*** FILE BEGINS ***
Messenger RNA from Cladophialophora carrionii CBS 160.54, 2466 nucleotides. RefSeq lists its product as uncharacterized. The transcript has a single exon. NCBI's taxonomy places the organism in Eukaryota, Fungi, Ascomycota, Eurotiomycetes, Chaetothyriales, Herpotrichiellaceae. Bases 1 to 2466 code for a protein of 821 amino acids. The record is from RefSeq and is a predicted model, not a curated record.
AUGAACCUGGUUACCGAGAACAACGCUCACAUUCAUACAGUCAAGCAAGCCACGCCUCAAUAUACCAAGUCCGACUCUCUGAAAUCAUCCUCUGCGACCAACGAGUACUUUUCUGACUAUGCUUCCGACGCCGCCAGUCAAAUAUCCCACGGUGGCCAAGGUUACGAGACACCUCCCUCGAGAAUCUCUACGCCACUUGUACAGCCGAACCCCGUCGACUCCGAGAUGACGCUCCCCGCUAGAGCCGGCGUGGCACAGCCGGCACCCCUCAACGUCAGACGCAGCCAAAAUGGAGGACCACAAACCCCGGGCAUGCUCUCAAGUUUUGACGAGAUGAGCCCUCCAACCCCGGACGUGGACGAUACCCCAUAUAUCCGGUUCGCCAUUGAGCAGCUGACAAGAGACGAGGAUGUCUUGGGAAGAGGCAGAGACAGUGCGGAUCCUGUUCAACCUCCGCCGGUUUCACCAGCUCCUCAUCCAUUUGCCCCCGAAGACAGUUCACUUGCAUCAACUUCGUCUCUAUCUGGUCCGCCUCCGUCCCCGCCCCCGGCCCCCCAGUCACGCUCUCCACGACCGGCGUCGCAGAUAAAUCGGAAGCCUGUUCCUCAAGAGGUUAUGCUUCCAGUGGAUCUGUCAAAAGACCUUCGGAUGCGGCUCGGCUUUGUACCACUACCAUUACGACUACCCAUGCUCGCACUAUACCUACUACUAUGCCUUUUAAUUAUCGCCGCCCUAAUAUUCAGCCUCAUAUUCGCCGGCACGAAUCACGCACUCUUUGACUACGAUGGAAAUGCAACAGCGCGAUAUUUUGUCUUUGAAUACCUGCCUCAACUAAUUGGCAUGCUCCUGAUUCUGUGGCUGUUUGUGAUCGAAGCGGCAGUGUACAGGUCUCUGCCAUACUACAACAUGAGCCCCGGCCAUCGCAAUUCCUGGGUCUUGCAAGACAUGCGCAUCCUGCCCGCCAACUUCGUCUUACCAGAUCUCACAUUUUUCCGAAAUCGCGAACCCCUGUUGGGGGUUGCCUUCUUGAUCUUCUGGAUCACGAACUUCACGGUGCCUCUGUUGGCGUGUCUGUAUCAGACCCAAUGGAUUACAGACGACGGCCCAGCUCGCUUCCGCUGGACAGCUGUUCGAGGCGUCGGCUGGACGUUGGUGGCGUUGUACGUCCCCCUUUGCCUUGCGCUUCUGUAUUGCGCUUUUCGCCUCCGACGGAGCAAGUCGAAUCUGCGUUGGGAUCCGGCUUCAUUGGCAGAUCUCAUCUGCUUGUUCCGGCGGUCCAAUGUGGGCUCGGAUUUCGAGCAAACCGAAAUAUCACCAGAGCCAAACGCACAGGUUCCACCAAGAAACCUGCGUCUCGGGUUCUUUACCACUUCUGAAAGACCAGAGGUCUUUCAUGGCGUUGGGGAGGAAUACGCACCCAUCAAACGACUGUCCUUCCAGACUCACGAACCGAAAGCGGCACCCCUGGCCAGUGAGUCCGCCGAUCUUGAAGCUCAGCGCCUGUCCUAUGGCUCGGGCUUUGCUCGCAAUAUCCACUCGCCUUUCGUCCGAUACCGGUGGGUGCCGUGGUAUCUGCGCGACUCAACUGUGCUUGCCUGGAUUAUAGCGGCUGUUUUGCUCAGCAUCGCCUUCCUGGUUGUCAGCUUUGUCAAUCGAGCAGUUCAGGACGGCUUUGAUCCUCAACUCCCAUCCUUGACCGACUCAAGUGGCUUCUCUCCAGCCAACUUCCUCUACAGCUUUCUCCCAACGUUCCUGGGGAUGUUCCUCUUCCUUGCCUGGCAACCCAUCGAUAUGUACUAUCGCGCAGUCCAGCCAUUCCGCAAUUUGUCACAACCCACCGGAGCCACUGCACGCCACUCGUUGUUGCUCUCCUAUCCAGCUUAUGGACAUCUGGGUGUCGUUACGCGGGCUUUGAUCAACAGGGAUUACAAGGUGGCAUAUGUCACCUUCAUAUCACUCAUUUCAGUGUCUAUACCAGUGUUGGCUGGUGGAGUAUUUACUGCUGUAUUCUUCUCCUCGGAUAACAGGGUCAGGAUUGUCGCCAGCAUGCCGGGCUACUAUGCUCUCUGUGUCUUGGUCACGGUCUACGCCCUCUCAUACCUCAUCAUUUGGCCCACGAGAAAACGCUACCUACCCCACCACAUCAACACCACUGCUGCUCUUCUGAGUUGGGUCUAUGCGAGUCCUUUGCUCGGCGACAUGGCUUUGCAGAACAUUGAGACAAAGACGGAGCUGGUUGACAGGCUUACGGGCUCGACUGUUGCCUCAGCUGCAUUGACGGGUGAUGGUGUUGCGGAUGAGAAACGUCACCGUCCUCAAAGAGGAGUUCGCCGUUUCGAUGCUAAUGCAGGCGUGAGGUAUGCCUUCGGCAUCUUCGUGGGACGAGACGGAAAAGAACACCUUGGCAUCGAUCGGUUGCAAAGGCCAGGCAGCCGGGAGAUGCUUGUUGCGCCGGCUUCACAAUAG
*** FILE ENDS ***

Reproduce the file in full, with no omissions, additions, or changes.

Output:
Messenger RNA from Cladophialophora carrionii CBS 160.54, 2466 nucleotides. RefSeq lists its product as uncharacterized. The transcript has a single exon. NCBI's taxonomy places the organism in Eukaryota, Fungi, Ascomycota, Eurotiomycetes, Chaetothyriales, Herpotrichiellaceae. Bases 1 to 2466 code for a protein of 821 amino acids. The record is from RefSeq and is a predicted model, not a curated record.
AUGAACCUGGUUACCGAGAACAACGCUCACAUUCAUACAGUCAAGCAAGCCACGCCUCAAUAUACCAAGUCCGACUCUCUGAAAUCAUCCUCUGCGACCAACGAGUACUUUUCUGACUAUGCUUCCGACGCCGCCAGUCAAAUAUCCCACGGUGGCCAAGGUUACGAGACACCUCCCUCGAGAAUCUCUACGCCACUUGUACAGCCGAACCCCGUCGACUCCGAGAUGACGCUCCCCGCUAGAGCCGGCGUGGCACAGCCGGCACCCCUCAACGUCAGACGCAGCCAAAAUGGAGGACCACAAACCCCGGGCAUGCUCUCAAGUUUUGACGAGAUGAGCCCUCCAACCCCGGACGUGGACGAUACCCCAUAUAUCCGGUUCGCCAUUGAGCAGCUGACAAGAGACGAGGAUGUCUUGGGAAGAGGCAGAGACAGUGCGGAUCCUGUUCAACCUCCGCCGGUUUCACCAGCUCCUCAUCCAUUUGCCCCCGAAGACAGUUCACUUGCAUCAACUUCGUCUCUAUCUGGUCCGCCUCCGUCCCCGCCCCCGGCCCCCCAGUCACGCUCUCCACGACCGGCGUCGCAGAUAAAUCGGAAGCCUGUUCCUCAAGAGGUUAUGCUUCCAGUGGAUCUGUCAAAAGACCUUCGGAUGCGGCUCGGCUUUGUACCACUACCAUUACGACUACCCAUGCUCGCACUAUACCUACUACUAUGCCUUUUAAUUAUCGCCGCCCUAAUAUUCAGCCUCAUAUUCGCCGGCACGAAUCACGCACUCUUUGACUACGAUGGAAAUGCAACAGCGCGAUAUUUUGUCUUUGAAUACCUGCCUCAACUAAUUGGCAUGCUCCUGAUUCUGUGGCUGUUUGUGAUCGAAGCGGCAGUGUACAGGUCUCUGCCAUACUACAACAUGAGCCCCGGCCAUCGCAAUUCCUGGGUCUUGCAAGACAUGCGCAUCCUGCCCGCCAACUUCGUCUUACCAGAUCUCACAUUUUUCCGAAAUCGCGAACCCCUGUUGGGGGUUGCCUUCUUGAUCUUCUGGAUCACGAACUUCACGGUGCCUCUGUUGGCGUGUCUGUAUCAGACCCAAUGGAUUACAGACGACGGCCCAGCUCGCUUCCGCUGGACAGCUGUUCGAGGCGUCGGCUGGACGUUGGUGGCGUUGUACGUCCCCCUUUGCCUUGCGCUUCUGUAUUGCGCUUUUCGCCUCCGACGGAGCAAGUCGAAUCUGCGUUGGGAUCCGGCUUCAUUGGCAGAUCUCAUCUGCUUGUUCCGGCGGUCCAAUGUGGGCUCGGAUUUCGAGCAAACCGAAAUAUCACCAGAGCCAAACGCACAGGUUCCACCAAGAAACCUGCGUCUCGGGUUCUUUACCACUUCUGAAAGACCAGAGGUCUUUCAUGGCGUUGGGGAGGAAUACGCACCCAUCAAACGACUGUCCUUCCAGACUCACGAACCGAAAGCGGCACCCCUGGCCAGUGAGUCCGCCGAUCUUGAAGCUCAGCGCCUGUCCUAUGGCUCGGGCUUUGCUCGCAAUAUCCACUCGCCUUUCGUCCGAUACCGGUGGGUGCCGUGGUAUCUGCGCGACUCAACUGUGCUUGCCUGGAUUAUAGCGGCUGUUUUGCUCAGCAUCGCCUUCCUGGUUGUCAGCUUUGUCAAUCGAGCAGUUCAGGACGGCUUUGAUCCUCAACUCCCAUCCUUGACCGACUCAAGUGGCUUCUCUCCAGCCAACUUCCUCUACAGCUUUCUCCCAACGUUCCUGGGGAUGUUCCUCUUCCUUGCCUGGCAACCCAUCGAUAUGUACUAUCGCGCAGUCCAGCCAUUCCGCAAUUUGUCACAACCCACCGGAGCCACUGCACGCCACUCGUUGUUGCUCUCCUAUCCAGCUUAUGGACAUCUGGGUGUCGUUACGCGGGCUUUGAUCAACAGGGAUUACAAGGUGGCAUAUGUCACCUUCAUAUCACUCAUUUCAGUGUCUAUACCAGUGUUGGCUGGUGGAGUAUUUACUGCUGUAUUCUUCUCCUCGGAUAACAGGGUCAGGAUUGUCGCCAGCAUGCCGGGCUACUAUGCUCUCUGUGUCUUGGUCACGGUCUACGCCCUCUCAUACCUCAUCAUUUGGCCCACGAGAAAACGCUACCUACCCCACCACAUCAACACCACUGCUGCUCUUCUGAGUUGGGUCUAUGCGAGUCCUUUGCUCGGCGACAUGGCUUUGCAGAACAUUGAGACAAAGACGGAGCUGGUUGACAGGCUUACGGGCUCGACUGUUGCCUCAGCUGCAUUGACGGGUGAUGGUGUUGCGGAUGAGAAACGUCACCGUCCUCAAAGAGGAGUUCGCCGUUUCGAUGCUAAUGCAGGCGUGAGGUAUGCCUUCGGCAUCUUCGUGGGACGAGACGGAAAAGAACACCUUGGCAUCGAUCGGUUGCAAAGGCCAGGCAGCCGGGAGAUGCUUGUUGCGCCGGCUUCACAAUAG